Critics say passive houses work better in Europe because temperatures are relatively stable compared with many parts of the U.S. They also cite some pricey materials, and predict it will be tough convincing Americans to part with their thermostats and let their home regulate its own temperature.
The Stables homes are selling for about $700,000: That’s for a 2,500-square-foot luxury town house with four bedrooms, three baths, garage, garden, and energy-savvy bells and whistles like solar panels, green roofs and airtight construction. McDonald said the price is comparable to non-passive homes with similar amenities, in part because of cost savings from prefabricating the homes in modular sections and assembling them on-site.
“The way buildings have always been built is inefficient, so we’re tweaking the ways they’re built,” McDonald said. “If you do it the right way, it’s not more money.”
Sasha Best, her husband, and their 2- and 6-year-olds are moving from Manhattan’s financial district into one of The Stables townhouses in late June. After living for a year in a high-efficiency home in Germany, they returned last year to New York – where Hurricane Sandy’s destructive tear led them to rethink where they wanted to call home.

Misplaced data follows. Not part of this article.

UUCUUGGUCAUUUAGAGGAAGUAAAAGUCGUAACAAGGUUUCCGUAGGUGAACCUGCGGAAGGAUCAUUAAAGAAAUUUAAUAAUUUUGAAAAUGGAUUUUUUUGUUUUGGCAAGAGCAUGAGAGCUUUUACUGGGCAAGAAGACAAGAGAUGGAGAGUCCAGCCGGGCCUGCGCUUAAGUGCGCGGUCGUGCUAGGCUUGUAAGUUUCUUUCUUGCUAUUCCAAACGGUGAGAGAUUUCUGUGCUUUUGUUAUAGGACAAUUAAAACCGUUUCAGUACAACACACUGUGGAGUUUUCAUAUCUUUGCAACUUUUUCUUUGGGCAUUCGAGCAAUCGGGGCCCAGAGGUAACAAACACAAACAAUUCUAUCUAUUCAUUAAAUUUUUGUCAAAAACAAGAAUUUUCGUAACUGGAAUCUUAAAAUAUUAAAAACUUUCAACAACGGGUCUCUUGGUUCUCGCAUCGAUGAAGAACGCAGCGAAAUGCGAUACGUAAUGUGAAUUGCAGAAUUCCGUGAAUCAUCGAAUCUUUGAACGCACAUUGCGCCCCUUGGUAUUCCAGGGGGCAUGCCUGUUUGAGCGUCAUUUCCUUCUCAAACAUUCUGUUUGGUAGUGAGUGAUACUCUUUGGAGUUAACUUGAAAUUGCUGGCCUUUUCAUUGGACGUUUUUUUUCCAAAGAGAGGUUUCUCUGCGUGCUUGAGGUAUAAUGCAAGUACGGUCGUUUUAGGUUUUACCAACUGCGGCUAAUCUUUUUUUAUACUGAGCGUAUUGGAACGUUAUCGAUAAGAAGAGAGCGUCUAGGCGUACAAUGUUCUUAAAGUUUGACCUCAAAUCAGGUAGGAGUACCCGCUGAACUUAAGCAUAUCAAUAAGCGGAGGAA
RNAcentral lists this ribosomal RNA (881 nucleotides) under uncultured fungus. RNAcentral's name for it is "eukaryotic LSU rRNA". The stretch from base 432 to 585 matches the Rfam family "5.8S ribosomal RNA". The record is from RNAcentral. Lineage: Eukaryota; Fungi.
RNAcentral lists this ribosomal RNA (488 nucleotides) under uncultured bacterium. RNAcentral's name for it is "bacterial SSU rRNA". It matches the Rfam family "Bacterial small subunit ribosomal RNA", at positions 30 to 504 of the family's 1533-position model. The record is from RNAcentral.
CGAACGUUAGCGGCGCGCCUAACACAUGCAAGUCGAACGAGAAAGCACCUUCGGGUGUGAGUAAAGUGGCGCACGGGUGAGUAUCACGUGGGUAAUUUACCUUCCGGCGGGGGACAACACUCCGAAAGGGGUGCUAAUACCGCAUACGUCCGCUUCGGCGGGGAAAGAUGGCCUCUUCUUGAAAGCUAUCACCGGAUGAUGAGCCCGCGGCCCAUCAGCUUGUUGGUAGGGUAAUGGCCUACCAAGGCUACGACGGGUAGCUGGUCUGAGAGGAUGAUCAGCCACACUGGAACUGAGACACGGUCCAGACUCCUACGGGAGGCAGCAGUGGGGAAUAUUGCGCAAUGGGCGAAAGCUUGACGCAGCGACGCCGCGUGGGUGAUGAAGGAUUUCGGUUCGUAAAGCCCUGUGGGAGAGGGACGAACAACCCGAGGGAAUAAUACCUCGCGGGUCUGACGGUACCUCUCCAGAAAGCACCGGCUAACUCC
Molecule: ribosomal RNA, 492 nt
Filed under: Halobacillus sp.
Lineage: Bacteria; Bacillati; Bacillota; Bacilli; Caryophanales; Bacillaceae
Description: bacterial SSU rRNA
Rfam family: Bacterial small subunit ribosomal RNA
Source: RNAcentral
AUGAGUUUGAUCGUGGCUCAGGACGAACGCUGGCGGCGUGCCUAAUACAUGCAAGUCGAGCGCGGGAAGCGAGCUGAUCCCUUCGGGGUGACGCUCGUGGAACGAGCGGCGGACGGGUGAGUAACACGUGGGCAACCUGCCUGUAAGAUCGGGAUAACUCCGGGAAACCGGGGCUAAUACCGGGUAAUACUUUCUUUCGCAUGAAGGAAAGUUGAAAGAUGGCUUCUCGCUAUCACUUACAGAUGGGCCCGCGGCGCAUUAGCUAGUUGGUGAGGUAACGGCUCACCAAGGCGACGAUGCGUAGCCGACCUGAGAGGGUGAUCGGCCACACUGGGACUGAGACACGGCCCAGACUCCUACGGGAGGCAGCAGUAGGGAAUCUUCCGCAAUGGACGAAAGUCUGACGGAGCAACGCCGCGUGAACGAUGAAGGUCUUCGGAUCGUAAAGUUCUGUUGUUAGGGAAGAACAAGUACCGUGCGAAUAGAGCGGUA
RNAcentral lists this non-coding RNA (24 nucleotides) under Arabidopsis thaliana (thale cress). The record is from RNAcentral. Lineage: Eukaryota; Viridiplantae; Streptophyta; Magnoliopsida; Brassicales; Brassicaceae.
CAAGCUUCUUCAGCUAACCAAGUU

“We wanted a house that felt solid, that was large enough, in an urban environment that was part of a community, that feels like it’ll last 100 years,” she said. “We looked at 25 houses and within 10 seconds of walking into (our) house, we knew.”
Klingenberg said that in general, passive houses can cost 5 percent to 10 percent more to build. That’s largely because the specialty windows and other materials aren’t mass produced, she said, but prices go down as they become easier to get.<< previous 1 2 3 4
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